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Filed at 1:57pm CT, Sept. 16, 2010
Former professional football players suffer from memory loss, depression, and rage at higher rates than the general population, possibly due to concussions or other head injuries suffered while playing in the NFL, CNN reported back on Feb. 5.
Since then, more attention has been drawn to concussions and head injuries in football, with a strict eye on high school and youth football games. The increased attention comes from states like Maryland declaring the first week of high school football "Concussion Awareness Week" as well as from completely unscripted episodes on the field of play.
The New York Times reported, for instance, that on opening Sunday in the NFL, Philadelphia Eagles linebacker Stewart Bradley stumbled then fell to the turf following a blow to the head in the first half of the Eagles' afternoon game. His concussion was not diagnosed immediately, and he was allowed to return to play about four minutes after he stood up.
"If a concussion this glaring can be missed, how many go unnoticed every fall weekend on high school and youth fields, where the consequences can be more serious, even fatal?" the Times asks.
Only about 42 percent of high schools in the country even have access to a certified athletic trainer, the National Athletic Trainers' Association says. Even fewer have access to a physician who would be able to diagnose a concussion on the sideline.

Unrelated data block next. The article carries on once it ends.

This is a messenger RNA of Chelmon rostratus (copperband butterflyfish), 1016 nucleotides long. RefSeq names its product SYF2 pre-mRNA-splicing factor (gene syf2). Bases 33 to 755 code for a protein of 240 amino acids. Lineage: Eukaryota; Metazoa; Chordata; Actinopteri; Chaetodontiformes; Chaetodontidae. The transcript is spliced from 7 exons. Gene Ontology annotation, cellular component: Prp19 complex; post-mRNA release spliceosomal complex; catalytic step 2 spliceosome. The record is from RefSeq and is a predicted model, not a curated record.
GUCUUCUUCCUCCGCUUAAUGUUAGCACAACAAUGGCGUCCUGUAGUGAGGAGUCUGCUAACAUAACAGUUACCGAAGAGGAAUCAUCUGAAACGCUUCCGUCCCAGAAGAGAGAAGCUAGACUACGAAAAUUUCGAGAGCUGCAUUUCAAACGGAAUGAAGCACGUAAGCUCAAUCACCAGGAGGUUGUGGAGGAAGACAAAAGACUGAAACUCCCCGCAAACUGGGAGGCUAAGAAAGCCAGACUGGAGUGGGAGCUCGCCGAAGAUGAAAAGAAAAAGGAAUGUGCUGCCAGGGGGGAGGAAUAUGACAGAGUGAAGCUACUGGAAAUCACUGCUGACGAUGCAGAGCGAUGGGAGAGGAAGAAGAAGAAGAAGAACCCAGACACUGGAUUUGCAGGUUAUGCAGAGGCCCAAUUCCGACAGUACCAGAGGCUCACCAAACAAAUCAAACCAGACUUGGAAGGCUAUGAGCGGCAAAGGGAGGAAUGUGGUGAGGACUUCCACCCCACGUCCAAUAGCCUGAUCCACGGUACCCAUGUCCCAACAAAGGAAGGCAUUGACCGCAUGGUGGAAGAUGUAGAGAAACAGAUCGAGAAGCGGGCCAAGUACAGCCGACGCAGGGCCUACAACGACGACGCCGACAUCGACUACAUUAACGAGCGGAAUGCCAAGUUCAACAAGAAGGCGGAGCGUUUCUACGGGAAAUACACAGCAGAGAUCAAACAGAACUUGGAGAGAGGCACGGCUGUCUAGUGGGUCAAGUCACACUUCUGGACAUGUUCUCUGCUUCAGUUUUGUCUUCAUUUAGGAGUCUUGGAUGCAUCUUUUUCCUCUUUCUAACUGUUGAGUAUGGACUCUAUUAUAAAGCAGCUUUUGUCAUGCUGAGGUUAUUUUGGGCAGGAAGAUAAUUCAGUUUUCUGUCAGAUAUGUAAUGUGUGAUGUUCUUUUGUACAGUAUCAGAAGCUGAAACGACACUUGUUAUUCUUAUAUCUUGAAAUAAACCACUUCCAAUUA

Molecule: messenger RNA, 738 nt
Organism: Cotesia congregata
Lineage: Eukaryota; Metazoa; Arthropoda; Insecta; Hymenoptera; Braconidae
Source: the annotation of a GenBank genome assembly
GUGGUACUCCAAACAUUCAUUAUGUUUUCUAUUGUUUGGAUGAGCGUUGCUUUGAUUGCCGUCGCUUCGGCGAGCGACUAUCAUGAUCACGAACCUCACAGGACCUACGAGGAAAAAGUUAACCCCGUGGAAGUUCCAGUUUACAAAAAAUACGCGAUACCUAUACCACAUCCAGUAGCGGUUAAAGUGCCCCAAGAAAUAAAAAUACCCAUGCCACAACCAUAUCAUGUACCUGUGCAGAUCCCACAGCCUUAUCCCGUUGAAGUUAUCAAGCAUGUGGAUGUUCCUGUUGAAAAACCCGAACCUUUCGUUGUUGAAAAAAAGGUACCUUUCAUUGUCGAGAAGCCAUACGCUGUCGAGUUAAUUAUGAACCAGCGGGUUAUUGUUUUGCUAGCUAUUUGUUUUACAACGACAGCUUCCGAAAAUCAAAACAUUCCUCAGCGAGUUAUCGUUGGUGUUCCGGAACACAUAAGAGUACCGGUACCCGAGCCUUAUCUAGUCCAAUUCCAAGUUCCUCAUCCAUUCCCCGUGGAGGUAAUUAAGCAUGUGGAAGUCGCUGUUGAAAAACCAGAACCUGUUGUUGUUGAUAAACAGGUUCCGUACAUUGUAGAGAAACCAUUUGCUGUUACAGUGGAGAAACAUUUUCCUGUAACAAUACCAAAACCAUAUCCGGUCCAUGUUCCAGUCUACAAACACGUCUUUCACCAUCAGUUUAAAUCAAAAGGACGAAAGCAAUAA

Of course, the Eagles' physicians failed to diagnose Bradley's concussion, so it is unclear how much benefit having access to an actual physician would have had. However, about 28 million people saw the evidence on television, plain as day.
Then on Monday, a University of Pennsylvania lineman, Owen Thomas, who hanged himself in April, was found to have had the exact same progressive brain disease that more than 20 NFL players have suffered. He had been playing football since he was 9, and he never reported having a concussion. Doctors are afraid that Owen's behavior of not reporting the head injuries may be more common in high school football players than we realize.
Research suggests that between 10 and 50 percent of students who play football in high school will sustain a concussion during each season they play as a result of serious blows to the head. In addition, several subconcussive blows are sustained over years of play, and the effects of these blows can accumulate in even more athletes.
Yet only about one-fourth of these injuries ever get reported by high school athletes and school staff.
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By Paul Katula, Voxitatis Research Foundation